Published on Africa Can End Poverty

Looking at Poverty…Through the Eyes of a Child

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Looking at Poverty?Through the Eyes of a Child  - Photo© Curt Carnemark / World Bank

“I am always hungry, as oftentimes my family and I skip meals. I want to go to school like my friends, but my parents always say it is too expensive. If I go to school, then I can’t work to help them buy food, and then I am hungry again. I am helpless when it comes to changing my situation, I have no voice and there are few people that see things the way I do.”

This is just a fictive sample of the kinds of concerns a disadvantaged child might be experiencing. The depth and dimensions of poverty for children and the resulting policy implications span well beyond nutrition and education, and more often than not, they differ from than those for adults. Children can’t vote and have few advocates, yet their interests in major economic policy issues frequently diverge significantly from those of adults. These divergences may reflect significant repercussions of major policy reforms on many essential aspects of their well-being including nutrition, schooling, and health. These repercussions can, in turn, have a dramatic impact on the future economic growth and human development of the societies in which they live.

To address this divergence, UNICEF’s regional and country offices across Africa have recently commissioned the Partnership for Economic Policy (PEP) to explore a child’s perspective on a variety of major policy issues such as fuel and electricity subsidy reform, public spending on education and the investment of new natural resource revenues. Following PEP’s philosophy of supporting and promoting local analytical capacity to produce reliable evidence for policy, these studies were conducted jointly by local researchers and international experts. A combination of computable general equilibrium (CGE) and microsimulation approaches were also employed.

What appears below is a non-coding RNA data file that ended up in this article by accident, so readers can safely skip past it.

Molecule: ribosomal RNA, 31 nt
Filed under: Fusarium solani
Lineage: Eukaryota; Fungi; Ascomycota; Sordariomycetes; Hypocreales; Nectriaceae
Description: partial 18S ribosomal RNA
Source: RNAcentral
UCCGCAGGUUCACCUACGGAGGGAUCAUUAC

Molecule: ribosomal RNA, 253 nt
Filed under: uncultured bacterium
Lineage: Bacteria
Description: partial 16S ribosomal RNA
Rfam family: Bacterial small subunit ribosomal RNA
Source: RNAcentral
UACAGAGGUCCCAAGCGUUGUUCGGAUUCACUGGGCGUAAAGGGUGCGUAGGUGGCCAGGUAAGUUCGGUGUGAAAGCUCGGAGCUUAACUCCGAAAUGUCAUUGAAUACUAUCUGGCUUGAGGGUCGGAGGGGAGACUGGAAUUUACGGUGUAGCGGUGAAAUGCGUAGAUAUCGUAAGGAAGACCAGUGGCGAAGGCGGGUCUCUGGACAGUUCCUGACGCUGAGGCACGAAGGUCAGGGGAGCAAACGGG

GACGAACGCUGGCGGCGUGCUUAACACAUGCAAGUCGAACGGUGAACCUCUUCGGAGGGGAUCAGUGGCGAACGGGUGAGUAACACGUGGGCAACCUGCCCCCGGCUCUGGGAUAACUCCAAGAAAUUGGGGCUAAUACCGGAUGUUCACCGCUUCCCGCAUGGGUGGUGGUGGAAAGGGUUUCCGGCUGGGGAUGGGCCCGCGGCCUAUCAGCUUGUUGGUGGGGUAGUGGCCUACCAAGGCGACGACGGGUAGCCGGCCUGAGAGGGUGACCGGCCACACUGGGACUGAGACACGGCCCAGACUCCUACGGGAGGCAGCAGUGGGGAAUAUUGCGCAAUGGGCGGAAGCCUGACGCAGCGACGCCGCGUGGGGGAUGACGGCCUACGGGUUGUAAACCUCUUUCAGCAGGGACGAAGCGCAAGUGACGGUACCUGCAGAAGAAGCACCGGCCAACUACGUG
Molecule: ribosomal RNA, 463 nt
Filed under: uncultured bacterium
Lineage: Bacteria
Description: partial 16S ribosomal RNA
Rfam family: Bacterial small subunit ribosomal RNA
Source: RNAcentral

One of the most encouraging key findings of the research revealed that by diverting only a small share of the budgets involved toward the interests of children, substantial impacts can ensue. For example, investing as little as 10% of public savings from the recent fuel subsidy cuts in Egypt into child cash grants would actually uplift 1.6 million children out of poverty. Similar findings yielded the same results concerning electricity subsidy cuts in Jordan and fuel subsidy cuts in Ghana. In Uganda, a little under 10% of new oil revenues could finance a 3 percentage point increase in education spending (as a share of total public spending), which would have the following wide-ranging benefits for children and the Ugandan society as a whole: over 1-1.4 million additional children in primary school, 340-540,000 additional skilled workers, a 1% increase in the GDP growth rate, and nearly 100,000 children moving out of extreme poverty.

These studies show that it is possible to rigorously and quantitatively provide children’s perspectives on major policy issues. Furthermore, they show that cost of policies to protect and promote child well-being in the context of major policy reforms are modest yet contribute strong, positive impacts on society as a whole through improved growth performance and enhanced human development. 

PEP is a specialized international think-tank and network producing policy-relevant knowledge and building local expertise through key national and international research initiatives. Under its global research programs, PEP has developed numerous analytical tools and methods for analysis of poverty, inequality and distributional impacts, including child poverty and welfare. More information is available at and

  • PEP’s research on child well-being: John Cockburn (, former executive director, PEP and currently professor of economics at Laval University in Québec.
  • PEP’s activities in general: Bekele Shiferaw (, Executive Director, PEP.
This blog is part of a series featuring Africa-related research on poverty reduction.


Bekele Shiferaw

Senior Environmental Economist and Program Manager for the Global Program on Sustainability (GPS), World Bank

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